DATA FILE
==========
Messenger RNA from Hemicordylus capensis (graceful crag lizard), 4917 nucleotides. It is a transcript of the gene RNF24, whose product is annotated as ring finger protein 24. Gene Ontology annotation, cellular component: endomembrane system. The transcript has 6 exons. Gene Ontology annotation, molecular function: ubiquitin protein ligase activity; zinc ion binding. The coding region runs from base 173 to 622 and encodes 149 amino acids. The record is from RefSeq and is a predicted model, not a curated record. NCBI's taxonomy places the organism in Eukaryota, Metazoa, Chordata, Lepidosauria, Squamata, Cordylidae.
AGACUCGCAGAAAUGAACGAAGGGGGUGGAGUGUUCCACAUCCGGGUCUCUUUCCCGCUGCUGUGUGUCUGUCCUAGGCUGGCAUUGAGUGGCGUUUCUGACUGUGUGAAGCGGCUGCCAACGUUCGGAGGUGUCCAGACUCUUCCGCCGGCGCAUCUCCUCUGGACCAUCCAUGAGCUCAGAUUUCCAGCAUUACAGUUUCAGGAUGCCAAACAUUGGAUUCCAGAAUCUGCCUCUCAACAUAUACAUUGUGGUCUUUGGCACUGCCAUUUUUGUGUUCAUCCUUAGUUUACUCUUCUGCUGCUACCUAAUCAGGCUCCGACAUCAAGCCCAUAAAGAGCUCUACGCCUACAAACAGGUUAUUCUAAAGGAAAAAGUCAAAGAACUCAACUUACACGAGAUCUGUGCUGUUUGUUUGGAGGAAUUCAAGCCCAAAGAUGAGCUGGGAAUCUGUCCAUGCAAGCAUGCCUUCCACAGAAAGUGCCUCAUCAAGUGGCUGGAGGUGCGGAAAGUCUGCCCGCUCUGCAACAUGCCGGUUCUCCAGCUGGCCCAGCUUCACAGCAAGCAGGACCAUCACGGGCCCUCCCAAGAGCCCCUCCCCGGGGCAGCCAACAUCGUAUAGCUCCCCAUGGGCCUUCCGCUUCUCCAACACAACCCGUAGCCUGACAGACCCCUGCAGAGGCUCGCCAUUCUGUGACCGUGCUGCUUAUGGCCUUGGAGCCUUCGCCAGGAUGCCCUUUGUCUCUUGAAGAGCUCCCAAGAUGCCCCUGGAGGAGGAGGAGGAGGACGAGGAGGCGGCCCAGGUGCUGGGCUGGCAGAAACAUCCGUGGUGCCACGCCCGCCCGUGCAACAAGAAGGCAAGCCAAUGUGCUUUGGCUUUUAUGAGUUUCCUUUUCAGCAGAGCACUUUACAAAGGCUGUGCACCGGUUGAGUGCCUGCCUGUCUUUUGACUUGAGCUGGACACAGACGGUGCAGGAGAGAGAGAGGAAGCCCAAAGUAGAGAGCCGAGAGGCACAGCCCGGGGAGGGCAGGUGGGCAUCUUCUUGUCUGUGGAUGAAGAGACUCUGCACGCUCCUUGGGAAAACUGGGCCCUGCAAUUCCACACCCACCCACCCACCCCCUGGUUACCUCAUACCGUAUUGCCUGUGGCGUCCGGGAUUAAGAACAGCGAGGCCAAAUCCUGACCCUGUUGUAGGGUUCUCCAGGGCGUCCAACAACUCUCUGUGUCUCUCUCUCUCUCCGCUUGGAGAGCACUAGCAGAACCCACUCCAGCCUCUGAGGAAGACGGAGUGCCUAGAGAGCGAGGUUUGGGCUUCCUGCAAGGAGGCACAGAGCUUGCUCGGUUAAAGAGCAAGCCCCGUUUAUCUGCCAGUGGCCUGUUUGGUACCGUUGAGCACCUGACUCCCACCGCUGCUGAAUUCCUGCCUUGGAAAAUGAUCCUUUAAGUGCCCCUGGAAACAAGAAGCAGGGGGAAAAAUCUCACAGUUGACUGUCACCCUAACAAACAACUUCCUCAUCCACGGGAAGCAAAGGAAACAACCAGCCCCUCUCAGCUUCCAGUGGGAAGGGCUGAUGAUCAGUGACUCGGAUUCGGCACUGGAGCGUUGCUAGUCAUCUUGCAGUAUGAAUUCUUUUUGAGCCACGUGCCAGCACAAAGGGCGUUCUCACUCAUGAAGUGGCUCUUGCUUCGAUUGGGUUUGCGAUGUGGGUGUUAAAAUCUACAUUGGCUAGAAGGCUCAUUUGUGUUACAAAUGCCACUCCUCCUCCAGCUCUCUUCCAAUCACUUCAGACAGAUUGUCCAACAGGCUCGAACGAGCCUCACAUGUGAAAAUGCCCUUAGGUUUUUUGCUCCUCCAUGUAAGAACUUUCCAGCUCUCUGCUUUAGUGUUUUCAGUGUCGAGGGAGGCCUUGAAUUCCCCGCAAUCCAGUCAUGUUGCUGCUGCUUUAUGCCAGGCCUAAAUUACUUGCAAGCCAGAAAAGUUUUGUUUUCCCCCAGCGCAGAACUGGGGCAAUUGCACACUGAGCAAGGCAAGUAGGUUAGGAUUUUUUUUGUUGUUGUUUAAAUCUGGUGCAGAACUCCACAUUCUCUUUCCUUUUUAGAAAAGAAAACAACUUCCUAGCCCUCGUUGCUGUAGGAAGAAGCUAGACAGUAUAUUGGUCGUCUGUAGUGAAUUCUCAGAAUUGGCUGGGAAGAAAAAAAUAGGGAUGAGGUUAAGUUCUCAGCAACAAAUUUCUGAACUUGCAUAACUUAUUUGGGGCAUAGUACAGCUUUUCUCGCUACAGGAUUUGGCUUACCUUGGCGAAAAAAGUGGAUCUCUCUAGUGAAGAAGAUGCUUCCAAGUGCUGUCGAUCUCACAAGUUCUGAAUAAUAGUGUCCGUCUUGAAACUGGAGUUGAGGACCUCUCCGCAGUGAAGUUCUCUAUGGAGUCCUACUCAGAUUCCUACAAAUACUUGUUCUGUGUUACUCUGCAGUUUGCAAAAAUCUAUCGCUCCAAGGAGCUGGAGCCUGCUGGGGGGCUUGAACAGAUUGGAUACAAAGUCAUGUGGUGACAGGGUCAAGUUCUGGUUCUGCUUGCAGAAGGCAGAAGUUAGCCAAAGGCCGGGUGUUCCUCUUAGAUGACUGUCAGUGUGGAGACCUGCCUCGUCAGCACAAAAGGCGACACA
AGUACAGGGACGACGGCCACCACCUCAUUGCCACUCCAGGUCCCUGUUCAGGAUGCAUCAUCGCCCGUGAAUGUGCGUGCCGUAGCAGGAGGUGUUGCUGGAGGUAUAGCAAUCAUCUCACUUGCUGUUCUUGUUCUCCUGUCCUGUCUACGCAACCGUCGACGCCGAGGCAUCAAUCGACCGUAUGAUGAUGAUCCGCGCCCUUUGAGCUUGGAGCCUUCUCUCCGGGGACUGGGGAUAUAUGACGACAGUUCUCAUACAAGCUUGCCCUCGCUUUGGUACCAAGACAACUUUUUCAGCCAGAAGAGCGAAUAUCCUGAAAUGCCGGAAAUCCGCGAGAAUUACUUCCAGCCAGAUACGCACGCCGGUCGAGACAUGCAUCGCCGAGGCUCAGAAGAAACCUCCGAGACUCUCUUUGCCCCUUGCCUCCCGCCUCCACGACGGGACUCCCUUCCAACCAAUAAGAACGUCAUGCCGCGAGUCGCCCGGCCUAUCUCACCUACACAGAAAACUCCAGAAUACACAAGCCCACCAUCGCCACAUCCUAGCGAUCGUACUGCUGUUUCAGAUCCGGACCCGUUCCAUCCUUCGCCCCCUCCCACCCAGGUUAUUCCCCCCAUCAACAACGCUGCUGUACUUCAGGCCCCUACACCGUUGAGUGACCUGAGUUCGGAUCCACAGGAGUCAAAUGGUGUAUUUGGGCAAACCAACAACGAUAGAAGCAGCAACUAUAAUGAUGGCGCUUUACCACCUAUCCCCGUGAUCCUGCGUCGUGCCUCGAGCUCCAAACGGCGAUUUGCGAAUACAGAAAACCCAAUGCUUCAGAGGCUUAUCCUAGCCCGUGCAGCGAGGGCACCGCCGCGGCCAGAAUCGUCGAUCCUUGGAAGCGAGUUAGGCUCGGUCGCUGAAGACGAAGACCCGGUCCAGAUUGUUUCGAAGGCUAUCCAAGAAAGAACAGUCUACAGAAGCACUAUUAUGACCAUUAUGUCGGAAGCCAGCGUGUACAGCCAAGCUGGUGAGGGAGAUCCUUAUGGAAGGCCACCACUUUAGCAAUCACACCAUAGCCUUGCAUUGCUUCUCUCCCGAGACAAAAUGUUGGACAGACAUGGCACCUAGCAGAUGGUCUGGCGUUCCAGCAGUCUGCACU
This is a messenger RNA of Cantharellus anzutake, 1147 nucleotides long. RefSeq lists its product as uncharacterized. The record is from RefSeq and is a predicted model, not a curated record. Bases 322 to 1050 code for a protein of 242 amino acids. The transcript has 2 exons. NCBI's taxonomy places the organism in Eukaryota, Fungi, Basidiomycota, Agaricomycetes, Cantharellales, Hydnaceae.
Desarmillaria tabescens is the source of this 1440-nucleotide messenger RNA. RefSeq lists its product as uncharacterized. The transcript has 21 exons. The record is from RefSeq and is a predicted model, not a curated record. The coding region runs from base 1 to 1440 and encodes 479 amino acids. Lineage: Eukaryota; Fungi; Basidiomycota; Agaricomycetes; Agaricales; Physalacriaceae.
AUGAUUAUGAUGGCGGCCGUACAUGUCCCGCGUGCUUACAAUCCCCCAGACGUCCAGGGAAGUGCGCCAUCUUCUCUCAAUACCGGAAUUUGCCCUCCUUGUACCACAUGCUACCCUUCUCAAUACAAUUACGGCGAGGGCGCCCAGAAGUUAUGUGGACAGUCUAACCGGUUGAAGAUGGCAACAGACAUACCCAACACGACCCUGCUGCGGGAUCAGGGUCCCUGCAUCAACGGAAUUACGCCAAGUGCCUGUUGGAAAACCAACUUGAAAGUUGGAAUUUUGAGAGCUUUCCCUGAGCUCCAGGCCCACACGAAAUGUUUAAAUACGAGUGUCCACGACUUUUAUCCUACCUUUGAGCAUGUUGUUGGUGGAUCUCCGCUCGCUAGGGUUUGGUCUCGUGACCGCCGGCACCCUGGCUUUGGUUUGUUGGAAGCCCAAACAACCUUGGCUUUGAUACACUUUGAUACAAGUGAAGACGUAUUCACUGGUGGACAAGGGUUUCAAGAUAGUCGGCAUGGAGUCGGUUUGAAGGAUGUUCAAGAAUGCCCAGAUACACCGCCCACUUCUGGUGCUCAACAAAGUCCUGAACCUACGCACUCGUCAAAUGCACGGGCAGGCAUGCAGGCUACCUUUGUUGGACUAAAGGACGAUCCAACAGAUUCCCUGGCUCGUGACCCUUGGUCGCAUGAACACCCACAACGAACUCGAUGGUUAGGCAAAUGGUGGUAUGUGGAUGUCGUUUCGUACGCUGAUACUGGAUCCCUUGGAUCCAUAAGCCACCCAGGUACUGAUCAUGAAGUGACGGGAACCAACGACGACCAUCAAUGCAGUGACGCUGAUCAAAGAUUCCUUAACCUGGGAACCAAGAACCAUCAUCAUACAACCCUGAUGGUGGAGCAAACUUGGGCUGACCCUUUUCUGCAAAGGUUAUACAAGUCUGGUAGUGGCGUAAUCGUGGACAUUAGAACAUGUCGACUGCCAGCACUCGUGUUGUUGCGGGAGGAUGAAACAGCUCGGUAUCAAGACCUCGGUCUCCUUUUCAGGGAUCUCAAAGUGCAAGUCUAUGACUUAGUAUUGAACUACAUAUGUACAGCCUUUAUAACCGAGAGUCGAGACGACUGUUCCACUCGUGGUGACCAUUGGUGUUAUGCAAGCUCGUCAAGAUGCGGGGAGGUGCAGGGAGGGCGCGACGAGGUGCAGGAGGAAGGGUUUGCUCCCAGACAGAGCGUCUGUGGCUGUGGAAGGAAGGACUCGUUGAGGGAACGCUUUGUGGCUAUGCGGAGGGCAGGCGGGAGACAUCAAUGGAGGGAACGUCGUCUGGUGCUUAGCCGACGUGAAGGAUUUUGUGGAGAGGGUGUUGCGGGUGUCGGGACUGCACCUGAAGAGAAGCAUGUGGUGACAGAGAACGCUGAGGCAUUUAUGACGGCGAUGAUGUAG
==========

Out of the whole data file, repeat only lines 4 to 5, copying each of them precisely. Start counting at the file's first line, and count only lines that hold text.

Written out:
This is a messenger RNA of Cantharellus anzutake, 1147 nucleotides long. RefSeq lists its product as uncharacterized. The record is from RefSeq and is a predicted model, not a curated record. Bases 322 to 1050 code for a protein of 242 amino acids. The transcript has 2 exons. NCBI's taxonomy places the organism in Eukaryota, Fungi, Basidiomycota, Agaricomycetes, Cantharellales, Hydnaceae.
Desarmillaria tabescens is the source of this 1440-nucleotide messenger RNA. RefSeq lists its product as uncharacterized. The transcript has 21 exons. The record is from RefSeq and is a predicted model, not a curated record. The coding region runs from base 1 to 1440 and encodes 479 amino acids. Lineage: Eukaryota; Fungi; Basidiomycota; Agaricomycetes; Agaricales; Physalacriaceae.